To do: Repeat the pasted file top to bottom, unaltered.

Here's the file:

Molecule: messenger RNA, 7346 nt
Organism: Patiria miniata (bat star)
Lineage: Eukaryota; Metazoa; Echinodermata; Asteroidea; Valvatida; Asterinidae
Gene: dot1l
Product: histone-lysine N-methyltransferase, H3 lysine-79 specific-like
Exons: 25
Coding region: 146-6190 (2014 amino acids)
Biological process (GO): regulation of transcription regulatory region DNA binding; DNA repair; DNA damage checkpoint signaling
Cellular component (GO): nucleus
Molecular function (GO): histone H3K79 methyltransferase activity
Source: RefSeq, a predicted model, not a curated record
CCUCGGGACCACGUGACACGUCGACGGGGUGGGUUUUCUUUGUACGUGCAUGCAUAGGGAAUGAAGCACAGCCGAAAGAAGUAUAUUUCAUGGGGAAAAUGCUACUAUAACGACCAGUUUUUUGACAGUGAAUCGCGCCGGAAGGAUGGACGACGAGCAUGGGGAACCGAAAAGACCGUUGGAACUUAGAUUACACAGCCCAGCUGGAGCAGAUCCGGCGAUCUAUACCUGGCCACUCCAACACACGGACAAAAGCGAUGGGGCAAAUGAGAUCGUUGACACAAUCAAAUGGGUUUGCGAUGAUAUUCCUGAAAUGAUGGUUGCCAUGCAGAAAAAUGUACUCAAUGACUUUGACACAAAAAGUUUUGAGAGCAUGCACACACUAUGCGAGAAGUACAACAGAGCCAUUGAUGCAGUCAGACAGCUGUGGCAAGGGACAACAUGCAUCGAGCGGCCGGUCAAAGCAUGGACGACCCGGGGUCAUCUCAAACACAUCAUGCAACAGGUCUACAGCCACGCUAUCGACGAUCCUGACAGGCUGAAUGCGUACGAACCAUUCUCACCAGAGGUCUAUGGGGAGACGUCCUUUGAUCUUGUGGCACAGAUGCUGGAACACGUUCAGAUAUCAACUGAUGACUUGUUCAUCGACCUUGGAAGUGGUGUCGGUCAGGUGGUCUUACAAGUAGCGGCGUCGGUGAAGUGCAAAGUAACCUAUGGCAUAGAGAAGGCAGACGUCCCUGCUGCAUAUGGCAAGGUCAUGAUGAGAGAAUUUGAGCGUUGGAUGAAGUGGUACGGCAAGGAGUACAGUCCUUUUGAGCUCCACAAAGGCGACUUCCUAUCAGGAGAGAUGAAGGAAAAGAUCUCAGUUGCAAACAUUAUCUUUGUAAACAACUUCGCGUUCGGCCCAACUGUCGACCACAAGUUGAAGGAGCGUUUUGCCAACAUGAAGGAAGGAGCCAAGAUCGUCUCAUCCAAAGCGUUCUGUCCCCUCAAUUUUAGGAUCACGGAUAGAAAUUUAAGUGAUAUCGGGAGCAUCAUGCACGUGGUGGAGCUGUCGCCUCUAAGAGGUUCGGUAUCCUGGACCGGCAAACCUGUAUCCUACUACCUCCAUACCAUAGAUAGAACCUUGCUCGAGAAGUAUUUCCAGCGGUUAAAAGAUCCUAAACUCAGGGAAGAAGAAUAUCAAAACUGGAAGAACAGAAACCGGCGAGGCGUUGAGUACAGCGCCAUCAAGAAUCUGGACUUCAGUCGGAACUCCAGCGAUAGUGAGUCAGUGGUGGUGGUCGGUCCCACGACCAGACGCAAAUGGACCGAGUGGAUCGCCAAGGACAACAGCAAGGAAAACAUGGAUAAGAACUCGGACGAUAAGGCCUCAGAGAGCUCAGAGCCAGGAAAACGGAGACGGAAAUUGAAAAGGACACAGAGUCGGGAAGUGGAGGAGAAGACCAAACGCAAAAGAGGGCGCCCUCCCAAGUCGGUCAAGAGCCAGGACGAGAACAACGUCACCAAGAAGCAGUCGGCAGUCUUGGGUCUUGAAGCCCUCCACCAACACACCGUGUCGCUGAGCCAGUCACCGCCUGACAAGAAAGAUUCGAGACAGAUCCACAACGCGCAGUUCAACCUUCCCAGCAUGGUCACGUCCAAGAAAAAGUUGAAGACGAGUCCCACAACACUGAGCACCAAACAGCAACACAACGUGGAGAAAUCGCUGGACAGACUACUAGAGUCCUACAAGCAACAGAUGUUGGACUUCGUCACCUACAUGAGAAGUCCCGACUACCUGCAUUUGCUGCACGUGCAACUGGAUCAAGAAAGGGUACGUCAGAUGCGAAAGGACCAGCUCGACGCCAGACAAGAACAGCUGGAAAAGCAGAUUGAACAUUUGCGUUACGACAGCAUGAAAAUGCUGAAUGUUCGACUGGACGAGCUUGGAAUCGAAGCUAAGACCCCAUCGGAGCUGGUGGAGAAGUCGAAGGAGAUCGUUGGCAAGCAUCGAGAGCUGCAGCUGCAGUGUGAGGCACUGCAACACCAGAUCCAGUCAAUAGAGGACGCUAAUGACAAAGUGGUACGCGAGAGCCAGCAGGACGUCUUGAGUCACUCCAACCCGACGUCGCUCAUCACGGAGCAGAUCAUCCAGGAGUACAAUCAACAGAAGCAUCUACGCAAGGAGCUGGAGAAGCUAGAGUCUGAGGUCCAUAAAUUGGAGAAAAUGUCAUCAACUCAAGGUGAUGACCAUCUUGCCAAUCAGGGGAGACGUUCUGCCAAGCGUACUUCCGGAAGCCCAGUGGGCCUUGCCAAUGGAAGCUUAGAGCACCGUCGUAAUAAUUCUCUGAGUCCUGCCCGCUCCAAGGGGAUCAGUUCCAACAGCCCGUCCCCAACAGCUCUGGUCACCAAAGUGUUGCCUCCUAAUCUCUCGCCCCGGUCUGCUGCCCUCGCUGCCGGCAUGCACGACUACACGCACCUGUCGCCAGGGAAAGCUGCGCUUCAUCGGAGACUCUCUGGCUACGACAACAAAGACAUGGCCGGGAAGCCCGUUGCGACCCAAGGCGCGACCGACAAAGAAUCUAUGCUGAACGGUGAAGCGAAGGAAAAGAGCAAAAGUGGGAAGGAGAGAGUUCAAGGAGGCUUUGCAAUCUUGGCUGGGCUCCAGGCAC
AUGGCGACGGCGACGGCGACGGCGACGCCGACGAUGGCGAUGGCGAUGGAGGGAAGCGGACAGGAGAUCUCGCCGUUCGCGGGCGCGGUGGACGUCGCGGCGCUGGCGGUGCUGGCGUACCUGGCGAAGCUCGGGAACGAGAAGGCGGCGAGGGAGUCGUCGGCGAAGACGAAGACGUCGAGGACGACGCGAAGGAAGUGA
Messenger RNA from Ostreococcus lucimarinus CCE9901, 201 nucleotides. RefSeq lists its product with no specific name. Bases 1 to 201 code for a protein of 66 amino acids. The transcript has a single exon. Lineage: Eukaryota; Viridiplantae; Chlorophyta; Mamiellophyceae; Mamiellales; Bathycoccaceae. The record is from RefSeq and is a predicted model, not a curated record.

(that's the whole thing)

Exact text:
Molecule: messenger RNA, 7346 nt
Organism: Patiria miniata (bat star)
Lineage: Eukaryota; Metazoa; Echinodermata; Asteroidea; Valvatida; Asterinidae
Gene: dot1l
Product: histone-lysine N-methyltransferase, H3 lysine-79 specific-like
Exons: 25
Coding region: 146-6190 (2014 amino acids)
Biological process (GO): regulation of transcription regulatory region DNA binding; DNA repair; DNA damage checkpoint signaling
Cellular component (GO): nucleus
Molecular function (GO): histone H3K79 methyltransferase activity
Source: RefSeq, a predicted model, not a curated record
CCUCGGGACCACGUGACACGUCGACGGGGUGGGUUUUCUUUGUACGUGCAUGCAUAGGGAAUGAAGCACAGCCGAAAGAAGUAUAUUUCAUGGGGAAAAUGCUACUAUAACGACCAGUUUUUUGACAGUGAAUCGCGCCGGAAGGAUGGACGACGAGCAUGGGGAACCGAAAAGACCGUUGGAACUUAGAUUACACAGCCCAGCUGGAGCAGAUCCGGCGAUCUAUACCUGGCCACUCCAACACACGGACAAAAGCGAUGGGGCAAAUGAGAUCGUUGACACAAUCAAAUGGGUUUGCGAUGAUAUUCCUGAAAUGAUGGUUGCCAUGCAGAAAAAUGUACUCAAUGACUUUGACACAAAAAGUUUUGAGAGCAUGCACACACUAUGCGAGAAGUACAACAGAGCCAUUGAUGCAGUCAGACAGCUGUGGCAAGGGACAACAUGCAUCGAGCGGCCGGUCAAAGCAUGGACGACCCGGGGUCAUCUCAAACACAUCAUGCAACAGGUCUACAGCCACGCUAUCGACGAUCCUGACAGGCUGAAUGCGUACGAACCAUUCUCACCAGAGGUCUAUGGGGAGACGUCCUUUGAUCUUGUGGCACAGAUGCUGGAACACGUUCAGAUAUCAACUGAUGACUUGUUCAUCGACCUUGGAAGUGGUGUCGGUCAGGUGGUCUUACAAGUAGCGGCGUCGGUGAAGUGCAAAGUAACCUAUGGCAUAGAGAAGGCAGACGUCCCUGCUGCAUAUGGCAAGGUCAUGAUGAGAGAAUUUGAGCGUUGGAUGAAGUGGUACGGCAAGGAGUACAGUCCUUUUGAGCUCCACAAAGGCGACUUCCUAUCAGGAGAGAUGAAGGAAAAGAUCUCAGUUGCAAACAUUAUCUUUGUAAACAACUUCGCGUUCGGCCCAACUGUCGACCACAAGUUGAAGGAGCGUUUUGCCAACAUGAAGGAAGGAGCCAAGAUCGUCUCAUCCAAAGCGUUCUGUCCCCUCAAUUUUAGGAUCACGGAUAGAAAUUUAAGUGAUAUCGGGAGCAUCAUGCACGUGGUGGAGCUGUCGCCUCUAAGAGGUUCGGUAUCCUGGACCGGCAAACCUGUAUCCUACUACCUCCAUACCAUAGAUAGAACCUUGCUCGAGAAGUAUUUCCAGCGGUUAAAAGAUCCUAAACUCAGGGAAGAAGAAUAUCAAAACUGGAAGAACAGAAACCGGCGAGGCGUUGAGUACAGCGCCAUCAAGAAUCUGGACUUCAGUCGGAACUCCAGCGAUAGUGAGUCAGUGGUGGUGGUCGGUCCCACGACCAGACGCAAAUGGACCGAGUGGAUCGCCAAGGACAACAGCAAGGAAAACAUGGAUAAGAACUCGGACGAUAAGGCCUCAGAGAGCUCAGAGCCAGGAAAACGGAGACGGAAAUUGAAAAGGACACAGAGUCGGGAAGUGGAGGAGAAGACCAAACGCAAAAGAGGGCGCCCUCCCAAGUCGGUCAAGAGCCAGGACGAGAACAACGUCACCAAGAAGCAGUCGGCAGUCUUGGGUCUUGAAGCCCUCCACCAACACACCGUGUCGCUGAGCCAGUCACCGCCUGACAAGAAAGAUUCGAGACAGAUCCACAACGCGCAGUUCAACCUUCCCAGCAUGGUCACGUCCAAGAAAAAGUUGAAGACGAGUCCCACAACACUGAGCACCAAACAGCAACACAACGUGGAGAAAUCGCUGGACAGACUACUAGAGUCCUACAAGCAACAGAUGUUGGACUUCGUCACCUACAUGAGAAGUCCCGACUACCUGCAUUUGCUGCACGUGCAACUGGAUCAAGAAAGGGUACGUCAGAUGCGAAAGGACCAGCUCGACGCCAGACAAGAACAGCUGGAAAAGCAGAUUGAACAUUUGCGUUACGACAGCAUGAAAAUGCUGAAUGUUCGACUGGACGAGCUUGGAAUCGAAGCUAAGACCCCAUCGGAGCUGGUGGAGAAGUCGAAGGAGAUCGUUGGCAAGCAUCGAGAGCUGCAGCUGCAGUGUGAGGCACUGCAACACCAGAUCCAGUCAAUAGAGGACGCUAAUGACAAAGUGGUACGCGAGAGCCAGCAGGACGUCUUGAGUCACUCCAACCCGACGUCGCUCAUCACGGAGCAGAUCAUCCAGGAGUACAAUCAACAGAAGCAUCUACGCAAGGAGCUGGAGAAGCUAGAGUCUGAGGUCCAUAAAUUGGAGAAAAUGUCAUCAACUCAAGGUGAUGACCAUCUUGCCAAUCAGGGGAGACGUUCUGCCAAGCGUACUUCCGGAAGCCCAGUGGGCCUUGCCAAUGGAAGCUUAGAGCACCGUCGUAAUAAUUCUCUGAGUCCUGCCCGCUCCAAGGGGAUCAGUUCCAACAGCCCGUCCCCAACAGCUCUGGUCACCAAAGUGUUGCCUCCUAAUCUCUCGCCCCGGUCUGCUGCCCUCGCUGCCGGCAUGCACGACUACACGCACCUGUCGCCAGGGAAAGCUGCGCUUCAUCGGAGACUCUCUGGCUACGACAACAAAGACAUGGCCGGGAAGCCCGUUGCGACCCAAGGCGCGACCGACAAAGAAUCUAUGCUGAACGGUGAAGCGAAGGAAAAGAGCAAAAGUGGGAAGGAGAGAGUUCAAGGAGGCUUUGCAAUCUUGGCUGGGCUCCAGGCAC
AUGGCGACGGCGACGGCGACGGCGACGCCGACGAUGGCGAUGGCGAUGGAGGGAAGCGGACAGGAGAUCUCGCCGUUCGCGGGCGCGGUGGACGUCGCGGCGCUGGCGGUGCUGGCGUACCUGGCGAAGCUCGGGAACGAGAAGGCGGCGAGGGAGUCGUCGGCGAAGACGAAGACGUCGAGGACGACGCGAAGGAAGUGA
Messenger RNA from Ostreococcus lucimarinus CCE9901, 201 nucleotides. RefSeq lists its product with no specific name. Bases 1 to 201 code for a protein of 66 amino acids. The transcript has a single exon. Lineage: Eukaryota; Viridiplantae; Chlorophyta; Mamiellophyceae; Mamiellales; Bathycoccaceae. The record is from RefSeq and is a predicted model, not a curated record.